Slow Down!

I love food! (I felt like that needed an exclamation point b/c I get so excited when I think about it!) Trying to incorporate healthier food into my diet is a constant struggle. I like being active. I don’t mind going to the gym to maintain my weight. But if I want to lose anything, it’s all in the foods I eat. I try to stay informed about the latest and greatest in the food biz; not just what’s good and bad, but about the industry in general. If you’re at all interested, you need to read The End of Overeating: Taking Control of the Insatiable American Appetite by David Kessler. Not only was it fascinating and easy to understand, but I felt like certain sections were written specifically for me.

I have a note tacked to a corkboard in my room where I jotted down tips for overall health, like “Drink more water!” and “No more diet soda!” (why does it have to taste so good?). One of the things written up there is “Take smaller bites!!!” (that one needed lots of exclamation points because it’s my top transgression). I’ve always been a fast eater; I’m done with my meal and my friends will still have most of their dinner left. So I’m trying to train myself to take smaller bites and chew my food more. In theory, if I’m not mindlessly shoving food into my mouth, it’ll give my stomach a chance to feel full and signal to my brain that it’s time to stop eating. Should be easy enough, right? Then why is it so hard?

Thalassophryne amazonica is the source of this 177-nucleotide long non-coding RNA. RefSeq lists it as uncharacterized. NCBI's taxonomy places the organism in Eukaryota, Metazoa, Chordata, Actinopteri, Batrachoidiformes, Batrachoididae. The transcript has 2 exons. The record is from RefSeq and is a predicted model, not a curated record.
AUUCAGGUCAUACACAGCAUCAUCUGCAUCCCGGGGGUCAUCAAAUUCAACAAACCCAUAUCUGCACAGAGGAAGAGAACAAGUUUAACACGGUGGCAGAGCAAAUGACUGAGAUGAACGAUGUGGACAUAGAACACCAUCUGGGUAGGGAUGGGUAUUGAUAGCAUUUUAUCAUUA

“...in the past Americans typically chewed a mouthful of food as many as 25 times before it was ready to be swallowed; now the average American chews only 10 times” (Kessler, 95). At least I know I’m not the only one who looks like she’s in a speed-eating contest at every meal. Kessler talked to experts in the restaurant industry who explained that fewer chews are good for business; the faster you’re eating, the more food you’re consuming. “Instead of paying attention to what goes into our mouths, we’re engaged in a shoveling process” (Kessler, 96).

Highly processed food lacks matter and fiber that fill us up. These things are replaced with fat and sugar, which essentially grease the palate so the food can slide right down. Think about it: real foods like carrots and apples are crunchy and require lots of chewing, whereas a bite of a McDonald’s hamburger or a piece of cake can go down after like, seven chews. And since the fiber and matter that actually fills us up is removed from these foods, it takes more to make us feel full. So you’re eating and eating because it goes down so easily (and tastes so damn good), without really getting any nutrients you need or being satiated in any way. WTF!

Seriously, go read this book. It will piss you off, for sure, but it will also open your eyes. Because in the end, it’s all about the choices you make. Sure, I can fault the food industry for making products like this. But they’re not force-feeding me. I need to take responsibility for the crap I’m eating - and stop eating it. If only the note in my room could reach out and punch me in the face every time I fall off track.

Comments

Crystal said…
I definitely have to go read that book! Never thought about the need to actually chew more on real foods vs McDonalds, but that's so true!
brigidmc12 said…
It's such a good book! I was shocked at a lot of what I read. It really makes you think about what the food industry is doing to us.

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